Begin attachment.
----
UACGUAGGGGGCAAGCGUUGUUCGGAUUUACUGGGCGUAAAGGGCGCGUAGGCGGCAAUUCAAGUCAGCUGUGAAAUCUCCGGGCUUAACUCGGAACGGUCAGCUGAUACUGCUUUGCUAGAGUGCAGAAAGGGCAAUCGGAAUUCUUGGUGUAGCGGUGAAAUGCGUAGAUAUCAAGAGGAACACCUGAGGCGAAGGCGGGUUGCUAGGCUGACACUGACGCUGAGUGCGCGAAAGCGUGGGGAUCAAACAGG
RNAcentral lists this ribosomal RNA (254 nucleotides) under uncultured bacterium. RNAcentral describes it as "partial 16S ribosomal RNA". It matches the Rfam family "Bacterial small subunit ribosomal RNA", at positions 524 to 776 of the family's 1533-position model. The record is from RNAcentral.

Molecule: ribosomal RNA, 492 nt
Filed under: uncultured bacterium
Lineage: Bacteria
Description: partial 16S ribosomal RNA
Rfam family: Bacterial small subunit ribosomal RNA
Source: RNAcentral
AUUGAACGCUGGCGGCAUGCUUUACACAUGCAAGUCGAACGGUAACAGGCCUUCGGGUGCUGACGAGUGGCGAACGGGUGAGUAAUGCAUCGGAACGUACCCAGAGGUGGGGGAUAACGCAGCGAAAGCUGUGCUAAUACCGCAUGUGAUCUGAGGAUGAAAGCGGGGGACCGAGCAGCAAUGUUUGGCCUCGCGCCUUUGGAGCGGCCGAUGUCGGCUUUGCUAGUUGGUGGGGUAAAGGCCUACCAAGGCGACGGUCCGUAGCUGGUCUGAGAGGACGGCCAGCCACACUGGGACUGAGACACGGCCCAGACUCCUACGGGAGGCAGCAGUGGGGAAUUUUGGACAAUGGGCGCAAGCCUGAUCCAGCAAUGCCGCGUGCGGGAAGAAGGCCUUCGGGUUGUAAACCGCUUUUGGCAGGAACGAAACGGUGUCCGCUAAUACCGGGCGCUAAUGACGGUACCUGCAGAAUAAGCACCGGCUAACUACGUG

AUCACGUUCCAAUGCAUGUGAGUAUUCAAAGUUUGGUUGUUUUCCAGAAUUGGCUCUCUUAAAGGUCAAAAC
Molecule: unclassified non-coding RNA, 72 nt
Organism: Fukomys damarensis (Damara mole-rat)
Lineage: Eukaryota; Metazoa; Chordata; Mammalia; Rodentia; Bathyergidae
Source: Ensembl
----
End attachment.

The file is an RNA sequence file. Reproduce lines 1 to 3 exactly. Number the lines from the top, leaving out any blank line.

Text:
UACGUAGGGGGCAAGCGUUGUUCGGAUUUACUGGGCGUAAAGGGCGCGUAGGCGGCAAUUCAAGUCAGCUGUGAAAUCUCCGGGCUUAACUCGGAACGGUCAGCUGAUACUGCUUUGCUAGAGUGCAGAAAGGGCAAUCGGAAUUCUUGGUGUAGCGGUGAAAUGCGUAGAUAUCAAGAGGAACACCUGAGGCGAAGGCGGGUUGCUAGGCUGACACUGACGCUGAGUGCGCGAAAGCGUGGGGAUCAAACAGG
RNAcentral lists this ribosomal RNA (254 nucleotides) under uncultured bacterium. RNAcentral describes it as "partial 16S ribosomal RNA". It matches the Rfam family "Bacterial small subunit ribosomal RNA", at positions 524 to 776 of the family's 1533-position model. The record is from RNAcentral.

Molecule: ribosomal RNA, 492 nt